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Educator Resources

How To Get Students To Ask More Questions In The Classroom

By | Educator Resources

CLOI Classroom Tip: Developing Student Questioning Strategies

Why ask Questions?

Teachers ask questions for many reasons, including:

  • To have the student actively involved in the lesson
  • To increase enthusiasm or curiosity
  • To gauge students’ preparation
  • To check on any accomplishments of work
  • To build critical thinking skills
  • To evaluate prior lessons
  • To foster perceptions
  • To assess accomplishment or mastery of goals and ideas
  • To inspire independent learning


Overall, research shows teaching that involves questioning is more effective than teaching without questioning. An important finding is that questions that allow students to concentrate their attention on significant elements of a lesson will have better comprehension than the students that focus on rare or interesting elements. A teacher may fluctuate his or her reason in asking questions during a single lesson, or a single question may have more than one resolution.

Click the link to help with your next lesson. https://beyondpenguins.ehe.osu.edu/issue/energy-and-the-polar-environment/questioning-techniques-research-based-strategies-for-teachers

Here is an activity that teachers can adapt.

Activity:  Students create questions based on a given text that was read by the class. The students develop sets of questions that range in complexity, and their goal is to “Stump the Scholar”.  The “scholar” could be the teacher, school librarian, or principal invited into the classroom for this activity.  It’s a chance for students to show their expertise and hopefully ask a question that is too hard for the scholar!

This activity can be adapted to every grade level, K-12.  It provides a welcome change of pace for students who tire of the traditional answering of questions when reading is completed.  It requires active engagement with the text and its FUN!  Have a Stump the Scholar contest in your grade! Seek out staff or other adult volunteers that will join in!  Your students will love it!

The question sets include literal, inferential, and evaluative types.  Students practice with each question style. This exercise promotes critical thinking, deep engagement with the text, as well as speaking and writing skills.  Students can work alone, in pairs, or small groups.  This can be a formative assessment performed while a longer novel or informational text is being read or a summative assignment to review an entire text.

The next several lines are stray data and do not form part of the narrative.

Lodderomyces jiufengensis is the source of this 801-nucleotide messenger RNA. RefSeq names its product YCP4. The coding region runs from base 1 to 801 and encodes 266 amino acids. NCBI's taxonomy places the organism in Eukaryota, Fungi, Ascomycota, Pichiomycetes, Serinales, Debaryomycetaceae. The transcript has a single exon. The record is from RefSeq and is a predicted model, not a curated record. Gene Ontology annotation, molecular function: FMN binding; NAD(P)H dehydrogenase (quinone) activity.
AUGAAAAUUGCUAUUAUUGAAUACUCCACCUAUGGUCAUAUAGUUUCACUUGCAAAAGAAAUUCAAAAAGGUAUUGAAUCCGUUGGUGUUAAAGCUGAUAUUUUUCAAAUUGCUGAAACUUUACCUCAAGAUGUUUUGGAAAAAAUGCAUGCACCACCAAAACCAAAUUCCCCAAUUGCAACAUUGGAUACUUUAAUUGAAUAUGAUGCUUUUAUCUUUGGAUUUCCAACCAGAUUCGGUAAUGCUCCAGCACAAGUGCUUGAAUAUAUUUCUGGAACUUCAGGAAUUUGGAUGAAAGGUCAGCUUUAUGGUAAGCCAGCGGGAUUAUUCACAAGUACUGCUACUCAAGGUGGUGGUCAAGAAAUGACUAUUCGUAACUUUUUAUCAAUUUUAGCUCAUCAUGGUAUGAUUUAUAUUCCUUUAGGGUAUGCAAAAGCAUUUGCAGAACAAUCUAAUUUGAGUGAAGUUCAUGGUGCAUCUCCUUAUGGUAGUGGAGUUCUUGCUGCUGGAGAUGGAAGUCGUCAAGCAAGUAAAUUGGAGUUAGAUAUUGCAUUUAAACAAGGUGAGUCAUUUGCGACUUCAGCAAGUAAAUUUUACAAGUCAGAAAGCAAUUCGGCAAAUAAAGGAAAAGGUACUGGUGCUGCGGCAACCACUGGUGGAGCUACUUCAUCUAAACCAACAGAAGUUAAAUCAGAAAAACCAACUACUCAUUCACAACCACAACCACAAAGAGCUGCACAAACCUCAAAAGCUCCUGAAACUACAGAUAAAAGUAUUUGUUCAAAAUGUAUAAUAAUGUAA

Commonwealth Learning Online Institute (CLOI) has developed a unique course titled Developing Comprehension with the State Standards.  Our course contains excellent resources including this neat classroom activity.  Relevant Common Core Standards: This activity relates directly to many of the Common Core Anchor Standards for Reading.  The link to this section of the standards is: Here.

Additional Resource for Questioning Methods

The following online resource can help you learn more about effective questioning methods and implement them in your classroom.

School Improvement Research Series: Classroom Questioning
This document from the Northwest Regional Educational Laboratory summarizes research findings on questioning techniques.



Tips To Improve Close Reading Skills in the Classroom

By | Educator Resources

Close Reading

A major focus of current State Standards and the Common Core State Standards is improving students close reading skills.  How do we do this?  Burkins and Yaris of Think Tank for 21st Century Literacy define close reading as “Rereading for the purpose of recognizing details and nuances of text that may go unnoticed during a cursory first read so that new understanding and insights may reveal themselves”.  This definition assumes the reader will read the passage more than once.  For many students, the concept of reading a text one time, let alone more than once is unheard of.  Students will often substitute skimming for fully reading assigned text.  Our students need explicit modeling of close reading techniques.  Teachers must demonstrate how close reading conveys a deeper understanding of the material that leads to greater success when asked to perform a task related to that text. Here are some practical tips you can use with both fiction and nonfiction text.